A Recipe for Apple Braided Challah Bread
On that note, a couple of religious holidays are ongoing or just around the corner (Passover from April 14-22, and Easter tomorrow) which bring a sense of togetherness and community. Even Flour had a special menu of Easter pastries, including homemade peeps and hot cross buns. One aspect of Easter that people celebrate is resurrection, which I think fits fairly well with the spirit of overcoming the more difficult experiences and history of last year. If you are still looking for brunch ideas this weekend, whether for a regular gathering, or a special celebration, this Challah bread is really awesome. It’s only the second bread I’ve ever tried making from scratch, yeast rising and all! I used whole wheat flour (for the health benefits of whole grains), but other than that, I followed the recipe. It was truly terrific – it makes TWO loaves, so if you don’t need two right now, you can slice and freeze the second loaf and take it out to toast with some nice jam and butter later.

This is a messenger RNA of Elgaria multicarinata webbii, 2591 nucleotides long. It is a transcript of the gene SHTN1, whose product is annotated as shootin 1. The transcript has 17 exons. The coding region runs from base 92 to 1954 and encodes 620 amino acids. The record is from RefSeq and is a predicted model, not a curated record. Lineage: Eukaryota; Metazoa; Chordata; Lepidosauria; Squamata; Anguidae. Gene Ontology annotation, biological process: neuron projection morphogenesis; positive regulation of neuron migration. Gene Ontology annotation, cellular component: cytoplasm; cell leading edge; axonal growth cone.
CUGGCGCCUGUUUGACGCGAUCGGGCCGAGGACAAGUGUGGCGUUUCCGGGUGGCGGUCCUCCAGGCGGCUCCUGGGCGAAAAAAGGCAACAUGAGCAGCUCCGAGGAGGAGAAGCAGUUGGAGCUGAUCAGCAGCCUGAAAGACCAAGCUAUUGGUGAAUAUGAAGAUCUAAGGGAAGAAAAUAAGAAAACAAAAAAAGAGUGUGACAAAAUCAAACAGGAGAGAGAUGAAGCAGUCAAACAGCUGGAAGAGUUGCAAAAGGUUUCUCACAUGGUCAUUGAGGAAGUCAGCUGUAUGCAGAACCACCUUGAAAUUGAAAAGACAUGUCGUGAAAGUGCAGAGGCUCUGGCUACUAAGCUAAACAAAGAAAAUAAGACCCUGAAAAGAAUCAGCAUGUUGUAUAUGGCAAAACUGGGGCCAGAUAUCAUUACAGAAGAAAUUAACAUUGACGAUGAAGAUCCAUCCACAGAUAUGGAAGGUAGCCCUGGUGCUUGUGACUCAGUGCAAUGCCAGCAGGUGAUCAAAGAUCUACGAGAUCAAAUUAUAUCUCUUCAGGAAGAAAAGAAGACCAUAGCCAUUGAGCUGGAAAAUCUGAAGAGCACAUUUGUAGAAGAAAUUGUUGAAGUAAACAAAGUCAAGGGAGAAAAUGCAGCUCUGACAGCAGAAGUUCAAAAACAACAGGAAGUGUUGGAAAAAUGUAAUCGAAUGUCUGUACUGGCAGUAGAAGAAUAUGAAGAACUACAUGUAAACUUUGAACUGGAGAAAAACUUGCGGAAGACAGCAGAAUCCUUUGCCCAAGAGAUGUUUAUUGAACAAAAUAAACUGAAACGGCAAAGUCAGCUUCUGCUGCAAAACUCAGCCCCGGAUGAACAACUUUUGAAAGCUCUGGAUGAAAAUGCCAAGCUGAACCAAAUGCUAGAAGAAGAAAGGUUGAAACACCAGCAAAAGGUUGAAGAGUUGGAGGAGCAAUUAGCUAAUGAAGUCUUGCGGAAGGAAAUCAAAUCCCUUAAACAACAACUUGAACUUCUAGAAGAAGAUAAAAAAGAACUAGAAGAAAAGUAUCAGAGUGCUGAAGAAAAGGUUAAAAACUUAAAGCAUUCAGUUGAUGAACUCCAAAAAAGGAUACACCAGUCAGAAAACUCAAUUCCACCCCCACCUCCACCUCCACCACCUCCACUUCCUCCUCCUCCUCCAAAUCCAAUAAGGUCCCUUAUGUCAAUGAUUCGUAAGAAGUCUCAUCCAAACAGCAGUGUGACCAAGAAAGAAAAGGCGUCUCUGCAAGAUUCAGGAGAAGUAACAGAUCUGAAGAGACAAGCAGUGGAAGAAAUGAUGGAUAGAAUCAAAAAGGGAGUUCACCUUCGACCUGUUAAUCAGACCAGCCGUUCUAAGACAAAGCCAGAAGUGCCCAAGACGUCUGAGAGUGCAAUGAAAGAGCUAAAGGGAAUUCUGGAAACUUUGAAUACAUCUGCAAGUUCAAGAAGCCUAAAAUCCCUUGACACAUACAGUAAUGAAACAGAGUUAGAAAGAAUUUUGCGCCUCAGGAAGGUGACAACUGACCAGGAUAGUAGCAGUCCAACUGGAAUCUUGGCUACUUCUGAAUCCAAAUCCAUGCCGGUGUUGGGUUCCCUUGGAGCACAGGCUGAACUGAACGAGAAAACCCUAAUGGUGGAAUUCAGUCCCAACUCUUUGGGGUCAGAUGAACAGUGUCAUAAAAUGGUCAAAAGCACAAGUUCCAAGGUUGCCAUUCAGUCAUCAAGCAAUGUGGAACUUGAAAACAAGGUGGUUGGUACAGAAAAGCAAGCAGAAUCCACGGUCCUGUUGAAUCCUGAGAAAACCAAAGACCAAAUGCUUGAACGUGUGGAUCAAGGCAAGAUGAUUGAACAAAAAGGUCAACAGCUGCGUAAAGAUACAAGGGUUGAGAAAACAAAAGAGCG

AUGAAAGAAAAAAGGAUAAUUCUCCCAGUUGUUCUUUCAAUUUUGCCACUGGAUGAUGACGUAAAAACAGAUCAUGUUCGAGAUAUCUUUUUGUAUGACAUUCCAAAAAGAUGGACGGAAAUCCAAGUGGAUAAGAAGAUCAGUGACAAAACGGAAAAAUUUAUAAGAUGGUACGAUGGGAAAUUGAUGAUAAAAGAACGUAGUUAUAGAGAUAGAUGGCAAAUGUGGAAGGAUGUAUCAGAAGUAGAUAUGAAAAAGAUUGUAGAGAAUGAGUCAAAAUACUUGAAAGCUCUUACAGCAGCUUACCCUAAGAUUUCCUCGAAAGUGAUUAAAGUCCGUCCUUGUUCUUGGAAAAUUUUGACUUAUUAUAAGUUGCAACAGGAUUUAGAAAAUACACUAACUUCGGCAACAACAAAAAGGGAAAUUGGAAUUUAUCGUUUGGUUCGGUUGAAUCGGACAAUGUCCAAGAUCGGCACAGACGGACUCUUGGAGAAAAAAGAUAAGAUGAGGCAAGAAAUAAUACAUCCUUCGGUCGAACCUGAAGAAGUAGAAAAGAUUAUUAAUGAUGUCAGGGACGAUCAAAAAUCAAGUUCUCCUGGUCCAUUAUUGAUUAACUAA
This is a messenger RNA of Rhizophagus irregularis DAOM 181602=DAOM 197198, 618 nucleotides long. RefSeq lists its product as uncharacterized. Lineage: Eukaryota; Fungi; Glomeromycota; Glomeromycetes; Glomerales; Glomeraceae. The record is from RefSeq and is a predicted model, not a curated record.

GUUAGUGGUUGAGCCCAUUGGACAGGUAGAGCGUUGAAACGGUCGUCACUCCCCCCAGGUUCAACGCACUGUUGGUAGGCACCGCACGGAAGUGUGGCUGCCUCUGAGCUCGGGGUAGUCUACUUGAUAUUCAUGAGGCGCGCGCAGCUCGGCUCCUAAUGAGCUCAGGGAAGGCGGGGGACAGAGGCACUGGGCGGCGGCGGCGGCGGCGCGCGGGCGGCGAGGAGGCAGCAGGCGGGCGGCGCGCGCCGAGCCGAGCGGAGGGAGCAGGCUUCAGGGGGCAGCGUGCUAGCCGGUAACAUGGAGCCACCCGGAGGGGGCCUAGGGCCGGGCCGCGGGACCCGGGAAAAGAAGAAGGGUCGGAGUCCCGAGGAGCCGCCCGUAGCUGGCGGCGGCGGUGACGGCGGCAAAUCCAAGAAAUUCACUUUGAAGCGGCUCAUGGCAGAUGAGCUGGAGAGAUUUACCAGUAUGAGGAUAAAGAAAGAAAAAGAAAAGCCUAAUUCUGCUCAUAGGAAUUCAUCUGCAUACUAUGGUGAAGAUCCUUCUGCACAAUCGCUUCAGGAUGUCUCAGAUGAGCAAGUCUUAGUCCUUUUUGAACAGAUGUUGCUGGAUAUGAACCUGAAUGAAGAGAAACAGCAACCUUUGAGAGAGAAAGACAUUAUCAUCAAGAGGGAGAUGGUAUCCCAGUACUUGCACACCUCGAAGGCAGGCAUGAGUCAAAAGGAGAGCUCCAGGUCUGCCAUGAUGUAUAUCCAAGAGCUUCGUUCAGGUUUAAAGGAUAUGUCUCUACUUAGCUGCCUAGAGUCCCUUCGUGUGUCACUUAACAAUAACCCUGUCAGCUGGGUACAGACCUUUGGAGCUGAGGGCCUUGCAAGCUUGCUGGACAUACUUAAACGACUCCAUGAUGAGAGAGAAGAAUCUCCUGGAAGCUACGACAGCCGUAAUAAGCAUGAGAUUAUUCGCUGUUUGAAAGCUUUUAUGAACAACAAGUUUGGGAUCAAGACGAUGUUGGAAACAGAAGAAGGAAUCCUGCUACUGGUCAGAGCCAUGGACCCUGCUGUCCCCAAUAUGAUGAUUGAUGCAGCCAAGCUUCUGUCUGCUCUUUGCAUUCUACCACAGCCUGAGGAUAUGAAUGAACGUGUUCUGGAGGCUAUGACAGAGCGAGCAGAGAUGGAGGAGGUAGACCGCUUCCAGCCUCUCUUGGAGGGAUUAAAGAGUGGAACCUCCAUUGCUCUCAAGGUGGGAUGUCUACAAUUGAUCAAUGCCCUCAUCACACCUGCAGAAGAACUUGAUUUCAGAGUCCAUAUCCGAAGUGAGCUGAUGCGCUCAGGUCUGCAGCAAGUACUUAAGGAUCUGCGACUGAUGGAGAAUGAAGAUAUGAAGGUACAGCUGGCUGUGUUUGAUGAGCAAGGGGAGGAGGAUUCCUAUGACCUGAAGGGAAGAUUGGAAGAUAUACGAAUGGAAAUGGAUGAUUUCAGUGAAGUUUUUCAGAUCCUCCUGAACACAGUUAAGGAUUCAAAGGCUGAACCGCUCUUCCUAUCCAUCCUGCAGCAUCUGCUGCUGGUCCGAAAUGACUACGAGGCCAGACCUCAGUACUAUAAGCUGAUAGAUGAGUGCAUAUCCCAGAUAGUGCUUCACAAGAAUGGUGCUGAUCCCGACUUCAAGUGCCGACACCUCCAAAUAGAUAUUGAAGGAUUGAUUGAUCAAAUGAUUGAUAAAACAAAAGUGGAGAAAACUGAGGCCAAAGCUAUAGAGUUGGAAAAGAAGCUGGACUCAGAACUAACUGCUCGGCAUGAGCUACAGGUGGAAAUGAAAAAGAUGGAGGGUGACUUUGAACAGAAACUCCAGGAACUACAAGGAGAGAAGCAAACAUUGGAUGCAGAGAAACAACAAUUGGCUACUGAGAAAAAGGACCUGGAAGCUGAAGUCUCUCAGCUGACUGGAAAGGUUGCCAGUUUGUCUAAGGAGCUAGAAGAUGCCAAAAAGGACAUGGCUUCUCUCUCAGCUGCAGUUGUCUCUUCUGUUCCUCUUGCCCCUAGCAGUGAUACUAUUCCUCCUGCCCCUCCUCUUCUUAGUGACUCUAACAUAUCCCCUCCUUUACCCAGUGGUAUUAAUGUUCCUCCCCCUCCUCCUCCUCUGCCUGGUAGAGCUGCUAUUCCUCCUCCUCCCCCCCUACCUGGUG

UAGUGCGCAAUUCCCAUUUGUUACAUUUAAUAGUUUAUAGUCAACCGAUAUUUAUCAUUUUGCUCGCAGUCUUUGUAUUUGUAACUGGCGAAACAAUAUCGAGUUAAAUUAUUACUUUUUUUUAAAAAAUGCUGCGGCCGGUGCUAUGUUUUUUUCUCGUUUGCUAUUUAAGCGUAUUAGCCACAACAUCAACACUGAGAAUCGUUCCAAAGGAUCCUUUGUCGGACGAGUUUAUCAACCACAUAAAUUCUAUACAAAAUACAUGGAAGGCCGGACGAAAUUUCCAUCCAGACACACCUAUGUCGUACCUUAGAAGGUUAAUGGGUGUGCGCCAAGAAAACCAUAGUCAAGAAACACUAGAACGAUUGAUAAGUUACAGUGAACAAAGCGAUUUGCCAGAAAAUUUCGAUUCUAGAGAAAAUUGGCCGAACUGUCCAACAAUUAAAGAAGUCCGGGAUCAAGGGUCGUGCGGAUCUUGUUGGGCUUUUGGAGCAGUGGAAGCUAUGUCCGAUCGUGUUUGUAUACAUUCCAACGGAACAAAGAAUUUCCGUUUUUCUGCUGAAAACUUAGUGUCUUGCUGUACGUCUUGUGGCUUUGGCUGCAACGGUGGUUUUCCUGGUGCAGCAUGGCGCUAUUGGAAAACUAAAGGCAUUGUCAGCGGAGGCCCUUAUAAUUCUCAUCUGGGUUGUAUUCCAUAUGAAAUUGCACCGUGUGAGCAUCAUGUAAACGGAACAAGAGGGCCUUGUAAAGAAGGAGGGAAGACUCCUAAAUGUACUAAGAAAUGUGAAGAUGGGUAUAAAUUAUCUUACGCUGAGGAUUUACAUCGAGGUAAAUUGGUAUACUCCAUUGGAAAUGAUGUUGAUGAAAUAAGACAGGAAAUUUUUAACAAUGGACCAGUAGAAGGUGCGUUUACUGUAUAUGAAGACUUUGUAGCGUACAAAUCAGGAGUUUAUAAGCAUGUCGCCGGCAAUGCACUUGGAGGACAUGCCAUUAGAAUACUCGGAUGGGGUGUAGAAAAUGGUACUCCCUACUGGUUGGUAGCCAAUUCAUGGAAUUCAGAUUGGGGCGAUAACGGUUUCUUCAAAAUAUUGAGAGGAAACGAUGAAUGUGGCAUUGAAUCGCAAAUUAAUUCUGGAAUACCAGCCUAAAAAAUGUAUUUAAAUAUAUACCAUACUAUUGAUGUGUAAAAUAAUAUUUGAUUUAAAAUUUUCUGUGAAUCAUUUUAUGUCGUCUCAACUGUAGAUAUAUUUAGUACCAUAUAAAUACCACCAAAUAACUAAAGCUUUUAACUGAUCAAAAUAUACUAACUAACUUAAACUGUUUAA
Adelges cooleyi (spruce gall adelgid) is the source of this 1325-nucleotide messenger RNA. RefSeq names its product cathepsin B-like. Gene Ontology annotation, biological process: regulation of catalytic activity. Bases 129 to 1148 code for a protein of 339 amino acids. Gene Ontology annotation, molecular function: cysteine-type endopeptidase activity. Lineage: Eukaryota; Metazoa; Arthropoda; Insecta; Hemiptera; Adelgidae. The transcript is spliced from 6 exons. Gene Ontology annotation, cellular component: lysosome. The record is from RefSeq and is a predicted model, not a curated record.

We had a couple of our friends over for brunch last Saturday, and I wanted to make something hearty, not too sweet, and special. I found this excellent and detailed recipe online (Thank you, the Shiksa in the Kitchen!), and here are photos of me completing it. I hope that this post has caused you to consider or remember some things. I would love to hear any responses to the Reflection portion of this post, as well as the Recipe portion!
Have a WONDERFUL weekend, everyone!